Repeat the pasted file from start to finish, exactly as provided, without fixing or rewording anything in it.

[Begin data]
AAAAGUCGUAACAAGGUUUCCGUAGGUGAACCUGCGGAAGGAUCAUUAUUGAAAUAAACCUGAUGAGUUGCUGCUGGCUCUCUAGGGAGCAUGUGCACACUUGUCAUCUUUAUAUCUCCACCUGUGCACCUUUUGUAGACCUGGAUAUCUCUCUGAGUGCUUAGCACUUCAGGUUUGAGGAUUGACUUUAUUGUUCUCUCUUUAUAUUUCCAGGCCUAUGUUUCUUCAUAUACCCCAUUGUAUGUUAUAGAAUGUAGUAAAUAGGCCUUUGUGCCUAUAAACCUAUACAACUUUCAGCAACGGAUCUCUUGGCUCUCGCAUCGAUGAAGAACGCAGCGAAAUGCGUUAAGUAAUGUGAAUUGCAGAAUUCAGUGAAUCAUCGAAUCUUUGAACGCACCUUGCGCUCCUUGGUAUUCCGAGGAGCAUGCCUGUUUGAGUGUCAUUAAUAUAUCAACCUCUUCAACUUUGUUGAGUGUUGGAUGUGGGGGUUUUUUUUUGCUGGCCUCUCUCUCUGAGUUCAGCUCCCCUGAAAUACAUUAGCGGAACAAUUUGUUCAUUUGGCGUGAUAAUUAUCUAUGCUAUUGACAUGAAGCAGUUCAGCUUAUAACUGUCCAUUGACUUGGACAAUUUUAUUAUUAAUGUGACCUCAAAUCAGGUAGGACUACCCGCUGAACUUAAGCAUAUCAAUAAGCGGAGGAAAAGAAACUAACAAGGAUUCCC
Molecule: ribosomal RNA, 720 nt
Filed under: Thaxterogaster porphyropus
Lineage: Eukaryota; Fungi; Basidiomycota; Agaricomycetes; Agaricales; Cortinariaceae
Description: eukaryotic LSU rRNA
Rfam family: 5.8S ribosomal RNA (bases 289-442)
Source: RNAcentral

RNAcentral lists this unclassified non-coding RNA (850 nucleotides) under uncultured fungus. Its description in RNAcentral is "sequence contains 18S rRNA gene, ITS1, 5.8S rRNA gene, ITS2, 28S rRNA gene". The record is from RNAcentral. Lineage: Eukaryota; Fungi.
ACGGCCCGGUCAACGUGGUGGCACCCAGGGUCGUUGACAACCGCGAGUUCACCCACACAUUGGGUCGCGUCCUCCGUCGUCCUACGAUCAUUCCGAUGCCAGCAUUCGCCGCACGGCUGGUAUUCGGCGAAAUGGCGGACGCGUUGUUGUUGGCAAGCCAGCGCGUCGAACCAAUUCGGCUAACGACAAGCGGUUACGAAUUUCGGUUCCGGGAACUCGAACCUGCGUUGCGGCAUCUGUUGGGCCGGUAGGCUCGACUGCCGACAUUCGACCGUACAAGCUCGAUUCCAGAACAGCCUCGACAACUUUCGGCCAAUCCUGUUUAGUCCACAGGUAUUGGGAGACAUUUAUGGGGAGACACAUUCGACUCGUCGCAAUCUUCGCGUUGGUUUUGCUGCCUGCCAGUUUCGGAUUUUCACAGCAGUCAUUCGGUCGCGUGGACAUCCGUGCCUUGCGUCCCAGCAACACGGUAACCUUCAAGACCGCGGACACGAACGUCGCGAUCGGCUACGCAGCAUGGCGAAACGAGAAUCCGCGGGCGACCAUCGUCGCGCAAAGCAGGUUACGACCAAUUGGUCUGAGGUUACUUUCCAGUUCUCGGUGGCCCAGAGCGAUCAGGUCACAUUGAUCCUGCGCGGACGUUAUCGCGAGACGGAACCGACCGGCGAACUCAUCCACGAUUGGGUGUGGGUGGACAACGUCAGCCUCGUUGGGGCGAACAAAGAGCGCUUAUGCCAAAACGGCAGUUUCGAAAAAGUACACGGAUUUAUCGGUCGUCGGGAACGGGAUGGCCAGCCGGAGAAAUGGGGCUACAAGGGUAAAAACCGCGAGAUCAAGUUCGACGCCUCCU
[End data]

AAAAGUCGUAACAAGGUUUCCGUAGGUGAACCUGCGGAAGGAUCAUUAUUGAAAUAAACCUGAUGAGUUGCUGCUGGCUCUCUAGGGAGCAUGUGCACACUUGUCAUCUUUAUAUCUCCACCUGUGCACCUUUUGUAGACCUGGAUAUCUCUCUGAGUGCUUAGCACUUCAGGUUUGAGGAUUGACUUUAUUGUUCUCUCUUUAUAUUUCCAGGCCUAUGUUUCUUCAUAUACCCCAUUGUAUGUUAUAGAAUGUAGUAAAUAGGCCUUUGUGCCUAUAAACCUAUACAACUUUCAGCAACGGAUCUCUUGGCUCUCGCAUCGAUGAAGAACGCAGCGAAAUGCGUUAAGUAAUGUGAAUUGCAGAAUUCAGUGAAUCAUCGAAUCUUUGAACGCACCUUGCGCUCCUUGGUAUUCCGAGGAGCAUGCCUGUUUGAGUGUCAUUAAUAUAUCAACCUCUUCAACUUUGUUGAGUGUUGGAUGUGGGGGUUUUUUUUUGCUGGCCUCUCUCUCUGAGUUCAGCUCCCCUGAAAUACAUUAGCGGAACAAUUUGUUCAUUUGGCGUGAUAAUUAUCUAUGCUAUUGACAUGAAGCAGUUCAGCUUAUAACUGUCCAUUGACUUGGACAAUUUUAUUAUUAAUGUGACCUCAAAUCAGGUAGGACUACCCGCUGAACUUAAGCAUAUCAAUAAGCGGAGGAAAAGAAACUAACAAGGAUUCCC
Molecule: ribosomal RNA, 720 nt
Filed under: Thaxterogaster porphyropus
Lineage: Eukaryota; Fungi; Basidiomycota; Agaricomycetes; Agaricales; Cortinariaceae
Description: eukaryotic LSU rRNA
Rfam family: 5.8S ribosomal RNA (bases 289-442)
Source: RNAcentral

RNAcentral lists this unclassified non-coding RNA (850 nucleotides) under uncultured fungus. Its description in RNAcentral is "sequence contains 18S rRNA gene, ITS1, 5.8S rRNA gene, ITS2, 28S rRNA gene". The record is from RNAcentral. Lineage: Eukaryota; Fungi.
ACGGCCCGGUCAACGUGGUGGCACCCAGGGUCGUUGACAACCGCGAGUUCACCCACACAUUGGGUCGCGUCCUCCGUCGUCCUACGAUCAUUCCGAUGCCAGCAUUCGCCGCACGGCUGGUAUUCGGCGAAAUGGCGGACGCGUUGUUGUUGGCAAGCCAGCGCGUCGAACCAAUUCGGCUAACGACAAGCGGUUACGAAUUUCGGUUCCGGGAACUCGAACCUGCGUUGCGGCAUCUGUUGGGCCGGUAGGCUCGACUGCCGACAUUCGACCGUACAAGCUCGAUUCCAGAACAGCCUCGACAACUUUCGGCCAAUCCUGUUUAGUCCACAGGUAUUGGGAGACAUUUAUGGGGAGACACAUUCGACUCGUCGCAAUCUUCGCGUUGGUUUUGCUGCCUGCCAGUUUCGGAUUUUCACAGCAGUCAUUCGGUCGCGUGGACAUCCGUGCCUUGCGUCCCAGCAACACGGUAACCUUCAAGACCGCGGACACGAACGUCGCGAUCGGCUACGCAGCAUGGCGAAACGAGAAUCCGCGGGCGACCAUCGUCGCGCAAAGCAGGUUACGACCAAUUGGUCUGAGGUUACUUUCCAGUUCUCGGUGGCCCAGAGCGAUCAGGUCACAUUGAUCCUGCGCGGACGUUAUCGCGAGACGGAACCGACCGGCGAACUCAUCCACGAUUGGGUGUGGGUGGACAACGUCAGCCUCGUUGGGGCGAACAAAGAGCGCUUAUGCCAAAACGGCAGUUUCGAAAAAGUACACGGAUUUAUCGGUCGUCGGGAACGGGAUGGCCAGCCGGAGAAAUGGGGCUACAAGGGUAAAAACCGCGAGAUCAAGUUCGACGCCUCCU